How Plants Use Nitrogen

Learn how complex nitrogen molecules are transformed into a substance that plants’ roots can access and use.

| Spring 2017

  • Red clover provides a nitrogen-rich cover crop.
    Photo by iStock/tamer
  • Nodules, such as those pictured on this soy bean’s roots, hold nitrogen in a mutally benefical relationship.
    Photo by iStock/ds70
  • Nitrogen from the atmosphere goes through many phases before it's available for plants' roots to uptake.
    Illustration by Hannah Kincaid
  • Hairy vetch (Vicia villosa) blooms in late spring and introduces nitrogen to the garden.
    Photo by iStock/erikager
  • The ammonium ion (NH4⁺)is composed of a nitrogen atom bonded with four hydrogen atoms.
    Illustration by iStock/ollaweila
  • These Austrian winter peas are acting as a cover crop to provide nitrogen and, as a bonus, edible shoots.
    Photo by Cheryl Long

Farmers, gardeners, and students of science all know that plants need an environmental supply of nitrogen to survive, much less thrive. Unlike carbon dioxide, which green plants can harvest from the gaseous atmosphere through photosynthesis, nitrogen gas (N2) isn’t available for plants’ aboveground parts to use. Instead, we growers apply nitrogen fertilizers to garden beds or manage soils with cover crops, green manures, and even animal manures to supply nitrogen in a form that plant roots can readily take up. To understand how nitrogen from the atmosphere can actually be used by plants, it’s helpful to expand our knowledge of nitrogen chemistry.

Nitrogen’s Properties

Symbol: N
Atomic number: 7
Atomic mass: 14.0067 u ± 0.0001 u
Electron configuration: 1s22s22p3
Electrons per shell: 2,5
Melting point: -346 degrees Fahrenheit
Boiling point: -320.4 degrees Fahrenheit

How Nitrogen Works in the Soil

Nitrogen atoms are energetically predisposed to exist as pairs of individual nitrogen atoms bonded tightly to one another. This is why we use the symbol N2 to represent the relatively nonreactive nitrogen gas (see infographic, below). It takes a lot of energy to split the nitrogen atoms apart. This is problematic for plant roots, which prefer to take up nitrogen in the form of the soluble nitrate ion (NO3¯), which is a negatively charged molecule consisting of a single nitrogen atom bonded to a trio of oxygen atoms (O). Other forms of nitrogen that you might find in your garden’s soil include the soluble, negatively charged nitrite ion (NO2¯) and the soluble, positively charged ammonium ion, which consists of a nitrogen atom bonded with four hydrogen atoms (NH4).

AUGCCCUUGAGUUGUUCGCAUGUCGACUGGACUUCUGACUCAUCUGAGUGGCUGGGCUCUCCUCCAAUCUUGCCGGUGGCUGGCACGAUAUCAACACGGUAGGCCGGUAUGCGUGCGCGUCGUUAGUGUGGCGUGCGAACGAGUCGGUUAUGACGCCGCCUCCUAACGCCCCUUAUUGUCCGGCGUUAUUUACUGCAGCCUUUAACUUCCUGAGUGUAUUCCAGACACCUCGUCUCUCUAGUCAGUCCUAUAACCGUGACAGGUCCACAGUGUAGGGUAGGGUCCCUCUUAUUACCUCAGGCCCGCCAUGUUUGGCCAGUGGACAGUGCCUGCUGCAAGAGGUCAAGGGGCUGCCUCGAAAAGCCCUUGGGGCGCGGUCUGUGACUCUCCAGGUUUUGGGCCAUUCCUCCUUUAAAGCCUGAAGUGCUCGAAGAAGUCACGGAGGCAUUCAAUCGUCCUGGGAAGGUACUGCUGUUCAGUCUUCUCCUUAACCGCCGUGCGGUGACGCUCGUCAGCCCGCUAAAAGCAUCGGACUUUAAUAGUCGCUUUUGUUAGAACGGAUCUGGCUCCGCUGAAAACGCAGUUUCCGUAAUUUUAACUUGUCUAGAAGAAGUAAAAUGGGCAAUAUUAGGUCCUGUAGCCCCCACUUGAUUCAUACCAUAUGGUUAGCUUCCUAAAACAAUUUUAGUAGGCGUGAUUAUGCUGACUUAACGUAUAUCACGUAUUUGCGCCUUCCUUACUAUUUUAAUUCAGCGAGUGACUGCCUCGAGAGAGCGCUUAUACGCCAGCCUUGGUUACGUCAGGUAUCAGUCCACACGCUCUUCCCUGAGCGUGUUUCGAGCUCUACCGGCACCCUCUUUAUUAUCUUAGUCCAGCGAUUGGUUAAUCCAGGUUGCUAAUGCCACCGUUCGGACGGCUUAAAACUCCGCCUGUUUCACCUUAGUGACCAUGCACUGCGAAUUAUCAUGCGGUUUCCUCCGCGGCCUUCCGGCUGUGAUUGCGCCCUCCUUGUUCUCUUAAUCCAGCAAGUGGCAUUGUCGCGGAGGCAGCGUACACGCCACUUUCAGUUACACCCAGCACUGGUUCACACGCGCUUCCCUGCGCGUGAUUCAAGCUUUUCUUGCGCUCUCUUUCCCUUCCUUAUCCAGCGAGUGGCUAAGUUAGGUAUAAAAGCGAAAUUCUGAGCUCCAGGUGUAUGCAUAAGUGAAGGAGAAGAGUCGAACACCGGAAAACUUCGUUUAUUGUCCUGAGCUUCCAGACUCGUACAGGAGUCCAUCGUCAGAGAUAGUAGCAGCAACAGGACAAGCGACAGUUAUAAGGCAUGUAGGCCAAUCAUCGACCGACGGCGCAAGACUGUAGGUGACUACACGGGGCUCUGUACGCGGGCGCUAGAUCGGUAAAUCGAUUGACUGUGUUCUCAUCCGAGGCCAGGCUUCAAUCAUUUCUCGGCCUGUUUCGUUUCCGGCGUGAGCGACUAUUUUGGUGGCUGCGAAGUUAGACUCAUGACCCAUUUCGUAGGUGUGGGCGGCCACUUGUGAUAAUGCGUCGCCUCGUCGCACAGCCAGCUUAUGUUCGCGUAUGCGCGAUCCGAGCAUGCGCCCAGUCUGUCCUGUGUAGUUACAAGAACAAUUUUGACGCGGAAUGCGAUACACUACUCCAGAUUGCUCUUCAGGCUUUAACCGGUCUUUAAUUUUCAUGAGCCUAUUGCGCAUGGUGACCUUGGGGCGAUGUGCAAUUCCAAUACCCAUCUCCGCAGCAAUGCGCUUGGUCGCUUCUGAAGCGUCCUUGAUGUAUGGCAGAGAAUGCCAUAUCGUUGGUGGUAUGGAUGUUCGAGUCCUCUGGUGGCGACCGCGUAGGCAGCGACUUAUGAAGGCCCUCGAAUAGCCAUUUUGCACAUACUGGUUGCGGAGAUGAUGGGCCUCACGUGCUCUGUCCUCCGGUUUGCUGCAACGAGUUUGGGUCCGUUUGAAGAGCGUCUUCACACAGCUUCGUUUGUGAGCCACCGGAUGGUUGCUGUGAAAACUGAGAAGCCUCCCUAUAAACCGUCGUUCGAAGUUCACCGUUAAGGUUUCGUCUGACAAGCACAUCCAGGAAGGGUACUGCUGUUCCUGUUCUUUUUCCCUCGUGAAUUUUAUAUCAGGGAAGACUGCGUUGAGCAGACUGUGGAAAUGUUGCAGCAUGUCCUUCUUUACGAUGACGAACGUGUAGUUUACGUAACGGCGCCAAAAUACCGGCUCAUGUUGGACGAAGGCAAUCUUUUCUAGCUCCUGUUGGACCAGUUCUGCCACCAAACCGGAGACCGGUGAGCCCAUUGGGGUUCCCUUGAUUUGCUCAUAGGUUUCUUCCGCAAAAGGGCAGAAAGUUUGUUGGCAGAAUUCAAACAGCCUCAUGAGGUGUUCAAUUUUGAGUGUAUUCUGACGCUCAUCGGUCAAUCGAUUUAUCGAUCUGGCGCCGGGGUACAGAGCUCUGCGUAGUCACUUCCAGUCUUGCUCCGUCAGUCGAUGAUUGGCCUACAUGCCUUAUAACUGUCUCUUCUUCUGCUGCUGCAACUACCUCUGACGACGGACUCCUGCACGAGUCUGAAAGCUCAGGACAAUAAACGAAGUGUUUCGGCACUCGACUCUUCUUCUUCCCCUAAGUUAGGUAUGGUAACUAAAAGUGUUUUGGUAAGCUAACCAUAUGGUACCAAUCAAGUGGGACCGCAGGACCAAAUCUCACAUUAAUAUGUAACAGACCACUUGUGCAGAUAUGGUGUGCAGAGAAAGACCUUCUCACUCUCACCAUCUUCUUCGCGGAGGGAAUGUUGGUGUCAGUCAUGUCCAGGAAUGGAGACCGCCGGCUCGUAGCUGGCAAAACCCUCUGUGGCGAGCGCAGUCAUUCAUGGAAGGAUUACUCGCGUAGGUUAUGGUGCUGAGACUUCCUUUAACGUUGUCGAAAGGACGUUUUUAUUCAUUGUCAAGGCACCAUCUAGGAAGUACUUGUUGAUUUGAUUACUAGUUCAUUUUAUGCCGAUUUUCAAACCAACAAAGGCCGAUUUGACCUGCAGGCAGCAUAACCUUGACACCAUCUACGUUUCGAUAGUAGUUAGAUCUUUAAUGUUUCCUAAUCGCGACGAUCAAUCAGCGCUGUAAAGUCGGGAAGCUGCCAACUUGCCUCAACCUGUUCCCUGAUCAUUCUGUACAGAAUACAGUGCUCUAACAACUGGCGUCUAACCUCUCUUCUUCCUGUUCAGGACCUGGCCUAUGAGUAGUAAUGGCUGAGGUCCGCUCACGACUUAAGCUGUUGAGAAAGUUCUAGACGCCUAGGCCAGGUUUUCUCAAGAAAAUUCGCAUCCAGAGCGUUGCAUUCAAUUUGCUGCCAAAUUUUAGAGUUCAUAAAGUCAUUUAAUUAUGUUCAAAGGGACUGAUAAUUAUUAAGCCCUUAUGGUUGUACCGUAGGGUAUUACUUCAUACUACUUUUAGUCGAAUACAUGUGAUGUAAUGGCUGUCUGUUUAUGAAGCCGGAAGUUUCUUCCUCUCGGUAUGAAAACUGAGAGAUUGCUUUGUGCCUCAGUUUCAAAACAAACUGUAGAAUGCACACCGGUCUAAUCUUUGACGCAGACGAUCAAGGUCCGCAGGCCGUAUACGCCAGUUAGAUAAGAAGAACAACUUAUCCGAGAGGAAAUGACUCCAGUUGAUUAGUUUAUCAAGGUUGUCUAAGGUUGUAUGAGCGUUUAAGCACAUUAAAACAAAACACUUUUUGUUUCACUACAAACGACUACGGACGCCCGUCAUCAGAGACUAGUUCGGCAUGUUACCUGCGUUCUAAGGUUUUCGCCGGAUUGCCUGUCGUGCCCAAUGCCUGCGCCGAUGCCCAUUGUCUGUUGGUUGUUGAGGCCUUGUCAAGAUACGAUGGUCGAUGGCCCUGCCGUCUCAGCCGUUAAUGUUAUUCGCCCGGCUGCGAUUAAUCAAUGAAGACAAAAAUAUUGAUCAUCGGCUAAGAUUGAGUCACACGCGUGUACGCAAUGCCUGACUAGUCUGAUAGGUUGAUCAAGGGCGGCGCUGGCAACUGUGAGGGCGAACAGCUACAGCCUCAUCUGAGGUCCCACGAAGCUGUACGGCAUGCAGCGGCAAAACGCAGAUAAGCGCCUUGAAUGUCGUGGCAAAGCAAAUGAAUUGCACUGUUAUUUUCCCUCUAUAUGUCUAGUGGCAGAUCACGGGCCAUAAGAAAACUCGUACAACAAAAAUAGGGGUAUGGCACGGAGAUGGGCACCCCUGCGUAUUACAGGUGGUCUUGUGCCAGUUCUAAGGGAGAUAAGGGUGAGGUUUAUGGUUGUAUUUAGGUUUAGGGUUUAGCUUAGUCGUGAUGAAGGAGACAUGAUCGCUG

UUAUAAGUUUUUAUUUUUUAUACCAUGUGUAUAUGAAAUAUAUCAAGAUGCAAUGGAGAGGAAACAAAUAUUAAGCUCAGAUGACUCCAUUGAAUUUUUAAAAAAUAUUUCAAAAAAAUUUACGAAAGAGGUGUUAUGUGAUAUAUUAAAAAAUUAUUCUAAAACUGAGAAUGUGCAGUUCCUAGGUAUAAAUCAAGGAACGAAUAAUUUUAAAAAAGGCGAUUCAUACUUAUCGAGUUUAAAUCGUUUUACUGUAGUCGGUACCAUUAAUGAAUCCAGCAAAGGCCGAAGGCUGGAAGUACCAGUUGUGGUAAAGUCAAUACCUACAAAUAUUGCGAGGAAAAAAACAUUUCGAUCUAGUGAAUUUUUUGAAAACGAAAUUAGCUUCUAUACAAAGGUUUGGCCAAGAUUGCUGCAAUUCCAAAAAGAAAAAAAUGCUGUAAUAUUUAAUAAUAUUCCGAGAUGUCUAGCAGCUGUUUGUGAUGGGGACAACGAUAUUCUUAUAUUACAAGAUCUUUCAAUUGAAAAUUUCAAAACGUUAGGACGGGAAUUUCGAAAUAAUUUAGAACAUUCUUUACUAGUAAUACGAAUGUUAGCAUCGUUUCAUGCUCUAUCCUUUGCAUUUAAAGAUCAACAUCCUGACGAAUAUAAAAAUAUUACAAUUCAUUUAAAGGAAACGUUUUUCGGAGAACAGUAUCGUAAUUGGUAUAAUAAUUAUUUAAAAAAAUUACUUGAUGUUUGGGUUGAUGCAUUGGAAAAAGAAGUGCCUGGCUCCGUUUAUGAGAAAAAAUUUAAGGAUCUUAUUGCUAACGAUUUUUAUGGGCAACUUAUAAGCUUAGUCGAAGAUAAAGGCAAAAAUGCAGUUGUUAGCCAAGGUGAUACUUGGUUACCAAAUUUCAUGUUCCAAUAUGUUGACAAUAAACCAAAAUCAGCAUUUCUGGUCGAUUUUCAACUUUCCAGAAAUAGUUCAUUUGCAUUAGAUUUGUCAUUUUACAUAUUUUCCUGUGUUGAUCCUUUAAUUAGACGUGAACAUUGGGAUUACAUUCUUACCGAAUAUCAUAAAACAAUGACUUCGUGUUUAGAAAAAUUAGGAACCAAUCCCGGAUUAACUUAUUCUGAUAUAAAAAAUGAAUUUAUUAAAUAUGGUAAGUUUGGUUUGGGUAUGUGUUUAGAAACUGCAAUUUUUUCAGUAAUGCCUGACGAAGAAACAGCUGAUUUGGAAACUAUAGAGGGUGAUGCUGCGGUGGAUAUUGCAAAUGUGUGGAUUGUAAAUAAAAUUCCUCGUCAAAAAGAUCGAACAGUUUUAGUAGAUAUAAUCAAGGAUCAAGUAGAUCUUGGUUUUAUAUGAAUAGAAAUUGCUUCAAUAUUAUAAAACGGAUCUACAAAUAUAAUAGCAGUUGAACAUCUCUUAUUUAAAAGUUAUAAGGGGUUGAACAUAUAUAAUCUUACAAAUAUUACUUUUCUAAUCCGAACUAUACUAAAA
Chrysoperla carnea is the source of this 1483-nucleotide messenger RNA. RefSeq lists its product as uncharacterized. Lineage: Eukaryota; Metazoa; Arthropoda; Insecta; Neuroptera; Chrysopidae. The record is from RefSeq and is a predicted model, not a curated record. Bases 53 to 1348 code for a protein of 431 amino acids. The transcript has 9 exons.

In simplified terms, the principal forms of nitrogen that plant roots can utilize are nitrates and ammonium. A group of fungi and bacteria called decomposers convert animal and plant waste in the soil into ammonium, and in exchange they extract energy to support their metabolism. Nitrogen-fixing soil bacteria — such as those found in the root nodules of legumes — also help create ammonium, and nitrifying bacteria convert ammonium ions into nitrite ions, which they in turn transform into nitrate ions that are finally available for uptake by plant roots. Denitrifying bacteria can convert nitrates to N2, which is then released into the atmosphere and is no longer available for plant root uptake (unless it re-enters the soil and begins the whole cycle over again).

In this simplistic version of the nitrogen cycle as it relates specifically to photosynthetic plants, you can see that it takes a while to pull nitrogen from complex forms, like proteins and nucleic acids, and that the process relies on different groups of soil organisms to make it happen. As you may imagine, the processes are not perfectly efficient and, therefore, some ammonium will be lost to the system.

At this point, it’s clear how important it is to compost organic matter in or on the soil to keep as much nitrogen in a place — and in a form — that can become available to plants. Nitrogen-fixing soil bacteria, such as Azotobacter, Bacillus, Clostridium, and Klebsiella certainly play an important role in getting atmospheric nitrogen back into the system, but in some plants there’s an even better way.

7/29/2018 2:08:27 AM

Helpful article but where can I find red clover? All the garden supply stores and seed companies I know of only carry white -

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